He CANNOT answer the two questions I posed about the ideal temperature he seeks and the ideal concentration of CO2, but what he can do is chant his Ad Hom! Ad Hom! mantra in answer to every article on any subject, no matter what. Ask him the time of day and you will be referred to the Colorado beachfront rising seas url and the receive the usual “you are all in the pay of big xxx”.

      Reality and doubt. Consideration and reflection do not apply in the minion world of the MacD.

      By the way, the good news is that I found the meaning of the term “IanMacD” in the Encyclopaedia of Irrelevant People. It defined an IanMacD as an:
      “An inconsequential online troll of low esteem who gets his jollies by throwing insults and ad hominens at all and sundry to overcome his inadequate personality.
      An IanMacD never answers questions, because he cannot, but always ploughs ahead with new insults and new faux data as his online denigration’s and chats substitute for having no friends, no social life and no self-awareness.”

      The proof of the above definition is that an IanMacD will ALWAYS make the last comment.”

  9. Zedaus says:

    Climate is a complex interaction of many variables yet the only one that is being discussed is carbon dioxide.

    The earth does not spin perfectly to the sun otherwise we would not have the 4 seasons. Nor is its orbit around the sun a perfect circle. As the sun is the dominant force on our climate you would think that the relationship of the earth to sun would be high on list of study.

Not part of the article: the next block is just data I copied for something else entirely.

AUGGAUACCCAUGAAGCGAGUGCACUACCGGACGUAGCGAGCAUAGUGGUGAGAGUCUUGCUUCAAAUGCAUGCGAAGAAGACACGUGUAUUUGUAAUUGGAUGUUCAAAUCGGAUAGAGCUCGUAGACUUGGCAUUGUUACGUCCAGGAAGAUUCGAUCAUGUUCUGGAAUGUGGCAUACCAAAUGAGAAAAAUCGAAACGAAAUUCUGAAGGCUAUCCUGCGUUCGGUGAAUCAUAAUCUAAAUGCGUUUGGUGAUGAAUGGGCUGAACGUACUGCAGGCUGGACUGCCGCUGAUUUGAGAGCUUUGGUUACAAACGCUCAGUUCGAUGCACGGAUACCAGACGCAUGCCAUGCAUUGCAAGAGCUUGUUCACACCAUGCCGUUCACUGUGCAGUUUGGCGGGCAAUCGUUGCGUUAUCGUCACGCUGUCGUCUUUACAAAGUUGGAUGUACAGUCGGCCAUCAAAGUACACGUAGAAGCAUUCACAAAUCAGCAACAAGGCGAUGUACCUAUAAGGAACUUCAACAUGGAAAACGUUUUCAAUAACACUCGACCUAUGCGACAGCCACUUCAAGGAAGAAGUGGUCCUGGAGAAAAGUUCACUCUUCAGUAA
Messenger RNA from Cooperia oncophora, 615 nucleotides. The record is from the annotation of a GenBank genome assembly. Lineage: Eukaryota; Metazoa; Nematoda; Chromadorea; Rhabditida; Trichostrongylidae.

This year the southern hemisphere is hotter than normal while the northern hemisphere is colder with snow falling in places not seen for decades. My simple logic says that this not caused by carbon dioxide but by a change to the tilt of the earth. The change does not need to be much to have a marked effect.

    But what would I know, I am not a climate scientist.

  10. Keith Kennelly says:

    Zedaus,

    They are called Milanovitch Cycles.

    It’s a naturally occurring variation.

    Don’t tell McDoug, he’d say they are caused because only one half of the Artic and Antartic are melting because of heat and the other half are increasing because of heat. He’d also say the change in the concentrations of ice in those regions are causing the tilt.

    Zed if the tilt is decreasing then the Artic circle would move west and the Antartic would move east. The resulting effect in the worlds system of currents would cause the extreme weather events we are seeing today.

    Very little to do with co2?or agw.